Off the Shelf

January 22, 2007
A thought by James Berardinelli

To begin with, thanks to everyone who sent book recommendations last week. I have already placed several orders and should have enough material to keep me occupied for the rest of the winter and into the spring. I have compiled a list with all of the recommended titles on it and will use that as a guideline for additional book purchases later in the year.

One off-shoot of the topic was that several readers were interested in a more complete catalog of books I have enjoyed and/or found meaningful over the years (those that fit into my "immersive" category). So I figured I would use today's column to provide a thumbnail look at my life as a reader. For those hoping for some of my trademark "negativity," you won't find it here. Come back later in the week when I let loose on Sundance with both barrels.

I have been a reader for longer than I have been a movie-lover. I saw my first theatrical movie in late 1976 at the age of nine. To be fair, I had watched a lot of (monster) movies on TV before that, but December 1976 was my first experience sitting in a theater. My adoration of films didn't come until 1991, after I graduated from college. It wasn't that I didn't see movies in my teens and early twenties, but I didn't see a lot of them. Ten per year would be about right. (Although, starting in 1985 when I got my first VCR, I ramped up on home video viewing. I can remember summers when a friend and I would watch two movies per night.)

I can't recall how old I was when I started reading books. Probably age five. I had four main interests at the time: dinosaurs, space, human anatomy, and (believe it or not) the American Revolution. There is an explanation for that last one. This was approximately 1972 or 1973 and the pre-Bicentennial hype was in full swing. I can't explain the human anatomy fascination. Dinosaurs and outer space are pretty normal interests for five year old boys.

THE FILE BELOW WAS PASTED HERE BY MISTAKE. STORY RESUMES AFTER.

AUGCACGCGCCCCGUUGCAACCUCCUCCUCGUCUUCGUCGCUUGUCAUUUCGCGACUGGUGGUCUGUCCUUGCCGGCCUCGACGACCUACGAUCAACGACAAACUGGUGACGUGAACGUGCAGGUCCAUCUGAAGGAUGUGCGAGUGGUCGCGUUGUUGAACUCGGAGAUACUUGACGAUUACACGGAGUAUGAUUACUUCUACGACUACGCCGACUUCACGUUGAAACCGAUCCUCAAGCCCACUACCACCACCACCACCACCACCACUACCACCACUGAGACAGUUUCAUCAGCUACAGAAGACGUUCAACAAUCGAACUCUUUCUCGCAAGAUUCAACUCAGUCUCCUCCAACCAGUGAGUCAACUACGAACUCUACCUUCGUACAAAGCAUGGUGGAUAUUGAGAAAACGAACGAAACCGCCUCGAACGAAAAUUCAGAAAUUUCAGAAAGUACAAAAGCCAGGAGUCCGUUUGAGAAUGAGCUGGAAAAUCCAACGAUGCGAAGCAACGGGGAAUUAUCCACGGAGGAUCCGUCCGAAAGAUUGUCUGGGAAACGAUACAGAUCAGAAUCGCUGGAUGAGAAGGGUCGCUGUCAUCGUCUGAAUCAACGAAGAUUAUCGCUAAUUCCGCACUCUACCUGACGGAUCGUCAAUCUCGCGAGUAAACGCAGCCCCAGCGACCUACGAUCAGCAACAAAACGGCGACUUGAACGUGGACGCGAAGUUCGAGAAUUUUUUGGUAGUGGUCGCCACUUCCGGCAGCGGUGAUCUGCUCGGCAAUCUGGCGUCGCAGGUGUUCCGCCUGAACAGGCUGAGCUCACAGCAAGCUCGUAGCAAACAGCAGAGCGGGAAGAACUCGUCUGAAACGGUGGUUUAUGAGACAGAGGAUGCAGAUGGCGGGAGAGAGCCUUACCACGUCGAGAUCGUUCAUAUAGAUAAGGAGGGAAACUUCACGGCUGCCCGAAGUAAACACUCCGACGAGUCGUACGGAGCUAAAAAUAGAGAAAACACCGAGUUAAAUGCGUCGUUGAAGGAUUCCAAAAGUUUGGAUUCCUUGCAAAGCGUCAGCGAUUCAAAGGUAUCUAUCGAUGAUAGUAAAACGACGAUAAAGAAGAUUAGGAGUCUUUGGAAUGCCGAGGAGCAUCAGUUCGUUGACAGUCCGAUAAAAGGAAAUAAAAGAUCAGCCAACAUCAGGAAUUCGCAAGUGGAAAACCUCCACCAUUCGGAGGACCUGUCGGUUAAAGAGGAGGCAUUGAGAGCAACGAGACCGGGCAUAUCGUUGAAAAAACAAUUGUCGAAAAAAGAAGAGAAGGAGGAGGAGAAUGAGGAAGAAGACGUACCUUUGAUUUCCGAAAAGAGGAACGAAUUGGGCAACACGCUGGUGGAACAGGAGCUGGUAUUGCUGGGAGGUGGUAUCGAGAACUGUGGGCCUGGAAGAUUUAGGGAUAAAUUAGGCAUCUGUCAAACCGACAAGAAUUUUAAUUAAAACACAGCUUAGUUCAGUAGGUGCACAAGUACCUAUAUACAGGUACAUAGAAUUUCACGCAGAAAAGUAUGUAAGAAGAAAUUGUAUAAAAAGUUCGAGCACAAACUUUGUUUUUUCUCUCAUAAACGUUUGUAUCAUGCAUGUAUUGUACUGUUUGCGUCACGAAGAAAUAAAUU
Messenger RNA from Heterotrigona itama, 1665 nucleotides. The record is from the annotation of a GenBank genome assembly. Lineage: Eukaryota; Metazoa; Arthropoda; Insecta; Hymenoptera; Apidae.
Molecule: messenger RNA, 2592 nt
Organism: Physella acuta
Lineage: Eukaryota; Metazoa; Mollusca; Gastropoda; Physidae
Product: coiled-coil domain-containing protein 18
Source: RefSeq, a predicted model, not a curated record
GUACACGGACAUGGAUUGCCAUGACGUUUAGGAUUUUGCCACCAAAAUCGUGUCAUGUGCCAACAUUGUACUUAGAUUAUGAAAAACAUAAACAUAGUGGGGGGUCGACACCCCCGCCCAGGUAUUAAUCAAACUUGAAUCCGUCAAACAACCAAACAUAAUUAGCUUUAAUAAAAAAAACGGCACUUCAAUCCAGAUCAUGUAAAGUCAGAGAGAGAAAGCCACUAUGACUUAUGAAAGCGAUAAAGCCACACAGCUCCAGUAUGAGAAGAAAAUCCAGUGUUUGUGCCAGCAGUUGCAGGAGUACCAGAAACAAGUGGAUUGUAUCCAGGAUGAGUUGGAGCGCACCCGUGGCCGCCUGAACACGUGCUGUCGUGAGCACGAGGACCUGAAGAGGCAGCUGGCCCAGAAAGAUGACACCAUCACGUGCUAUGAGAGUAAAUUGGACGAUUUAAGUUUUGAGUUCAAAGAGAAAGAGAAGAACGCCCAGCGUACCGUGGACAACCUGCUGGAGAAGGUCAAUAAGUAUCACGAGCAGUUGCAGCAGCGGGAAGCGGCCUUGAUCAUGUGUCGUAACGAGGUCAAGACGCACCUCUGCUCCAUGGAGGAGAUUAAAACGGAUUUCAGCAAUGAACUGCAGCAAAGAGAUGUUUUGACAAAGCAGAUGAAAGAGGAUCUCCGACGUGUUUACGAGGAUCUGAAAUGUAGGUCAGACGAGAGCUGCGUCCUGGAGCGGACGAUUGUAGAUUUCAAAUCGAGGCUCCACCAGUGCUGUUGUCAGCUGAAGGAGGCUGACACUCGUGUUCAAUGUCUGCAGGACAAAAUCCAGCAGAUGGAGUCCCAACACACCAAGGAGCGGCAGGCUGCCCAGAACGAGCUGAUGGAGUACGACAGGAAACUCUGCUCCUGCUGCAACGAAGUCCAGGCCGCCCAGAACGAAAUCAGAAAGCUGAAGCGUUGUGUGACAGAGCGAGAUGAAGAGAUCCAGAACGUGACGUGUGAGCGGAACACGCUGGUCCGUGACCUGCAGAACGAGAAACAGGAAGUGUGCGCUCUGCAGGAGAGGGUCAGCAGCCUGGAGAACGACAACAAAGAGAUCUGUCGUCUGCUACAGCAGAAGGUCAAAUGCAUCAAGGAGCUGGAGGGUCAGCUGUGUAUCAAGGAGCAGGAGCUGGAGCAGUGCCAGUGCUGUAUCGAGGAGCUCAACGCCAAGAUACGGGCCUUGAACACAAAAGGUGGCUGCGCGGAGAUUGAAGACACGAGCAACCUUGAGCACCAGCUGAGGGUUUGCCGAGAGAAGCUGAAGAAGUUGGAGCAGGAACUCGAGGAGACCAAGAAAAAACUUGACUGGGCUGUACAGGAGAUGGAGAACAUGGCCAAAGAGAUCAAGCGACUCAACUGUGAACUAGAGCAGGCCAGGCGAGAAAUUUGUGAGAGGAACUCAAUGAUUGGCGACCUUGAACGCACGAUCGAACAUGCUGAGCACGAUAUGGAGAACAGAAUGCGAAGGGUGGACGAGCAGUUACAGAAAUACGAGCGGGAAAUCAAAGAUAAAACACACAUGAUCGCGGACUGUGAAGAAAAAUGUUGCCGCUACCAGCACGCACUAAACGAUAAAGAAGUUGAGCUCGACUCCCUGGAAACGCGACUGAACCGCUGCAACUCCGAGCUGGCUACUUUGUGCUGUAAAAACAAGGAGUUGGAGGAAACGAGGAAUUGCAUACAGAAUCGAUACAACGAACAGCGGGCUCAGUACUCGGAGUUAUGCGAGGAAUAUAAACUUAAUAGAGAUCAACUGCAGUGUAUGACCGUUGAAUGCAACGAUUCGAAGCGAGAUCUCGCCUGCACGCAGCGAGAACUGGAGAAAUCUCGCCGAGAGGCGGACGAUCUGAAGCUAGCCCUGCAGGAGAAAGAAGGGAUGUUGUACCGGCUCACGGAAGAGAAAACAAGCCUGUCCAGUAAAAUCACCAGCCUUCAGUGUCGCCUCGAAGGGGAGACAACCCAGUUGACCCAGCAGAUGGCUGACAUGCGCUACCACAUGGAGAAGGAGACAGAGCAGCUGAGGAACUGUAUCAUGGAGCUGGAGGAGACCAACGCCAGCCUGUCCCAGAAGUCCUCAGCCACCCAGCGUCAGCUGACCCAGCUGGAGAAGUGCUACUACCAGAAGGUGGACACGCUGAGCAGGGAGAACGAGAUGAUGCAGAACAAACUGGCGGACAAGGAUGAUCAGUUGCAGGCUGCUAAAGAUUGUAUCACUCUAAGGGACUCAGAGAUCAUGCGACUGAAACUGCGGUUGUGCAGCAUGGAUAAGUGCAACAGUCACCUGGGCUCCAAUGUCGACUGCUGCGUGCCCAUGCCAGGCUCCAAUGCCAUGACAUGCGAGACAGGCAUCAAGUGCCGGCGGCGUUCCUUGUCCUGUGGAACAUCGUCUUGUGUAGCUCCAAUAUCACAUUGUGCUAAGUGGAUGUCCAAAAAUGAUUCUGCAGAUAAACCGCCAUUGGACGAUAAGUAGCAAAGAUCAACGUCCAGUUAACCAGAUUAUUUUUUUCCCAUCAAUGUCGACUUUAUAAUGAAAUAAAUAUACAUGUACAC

By age seven, I was reading the Hardy Boys (and, in an admission I am embarrassed to make, I also read a few Nancy Drews - only when I ran out of Hardy Boys, of course). I was a few years early with these; by the time Shawn Cassidy, Parker Stevenson, and Pamela Sue Anderson made it to TV, I had moved on. I began reading "grown up books" a.k.a. novels at age eight or nine. I can't remember what my first one was but the first novels to impact me were the volumes of Winston Graham's Poldark Saga. At the time I started these, in 1977 at age nine, there were four available. That number jumped to seven in 1978. Three additional books were published in the '80s with two more in the '90s. I have copies of all twelve. They are among the best in historical fiction I have read (tracing the lives of the members of a Cornwall mine-owning family between 1780 and 1820), although I never would have discovered them without the two season, 29 episode BBC-TV production.

I became acquainted with fantasy in 1979 when a friend introduced me to that Satanic game, Dungeons and Dragons. I started, as might be expected, with The Lord of the Rings. I have a curiously vivid memory of reading The Two Towers while sitting in a dermatologist's office waiting to have a mole removed. I was twelve at the time. I followed this up with several of the Conan books and Stephen R. Donaldson's The Chronicles of Thomas Covenant the Unbeliever. (Recommended by my seventh grade English teacher!) Donaldson introduced me to dark, depressing fantasy, although the first Chronicles were lighthearted compared to the follow-up trilogy. I know people who gave up on The Wounded Land, The One Tree, or White Gold Wielder because they couldn't cope with how hopeless the books had become. It didn't bother me. If you're going to have evil in a book, make it real evil - evil that desecrates, destroys, maims, and brutalizes. Anything less is pretend evil.

During my freshman and sophomore years in high school, I read a lot of disposable books, the titles of which I don't remember. Then I discovered Dostoevsky. Crime and Punishment remains one of my all-time favorites, with The Idiot there as well. I was not as impressed with The Brothers Karamazov and I never finished The Possessed despite two tries. I moved on to Tolstoy, but only read his two big novels: Anna Karenina and War and Peace. At the time I was reading the latter tome, I wondered how many sixteen year olds voluntarily tackled War and Peace. My review at the time: an excellent first half then it dragged during the last 600 pages - lots of detailed battle descriptions when I was more interested in what happened to the characters.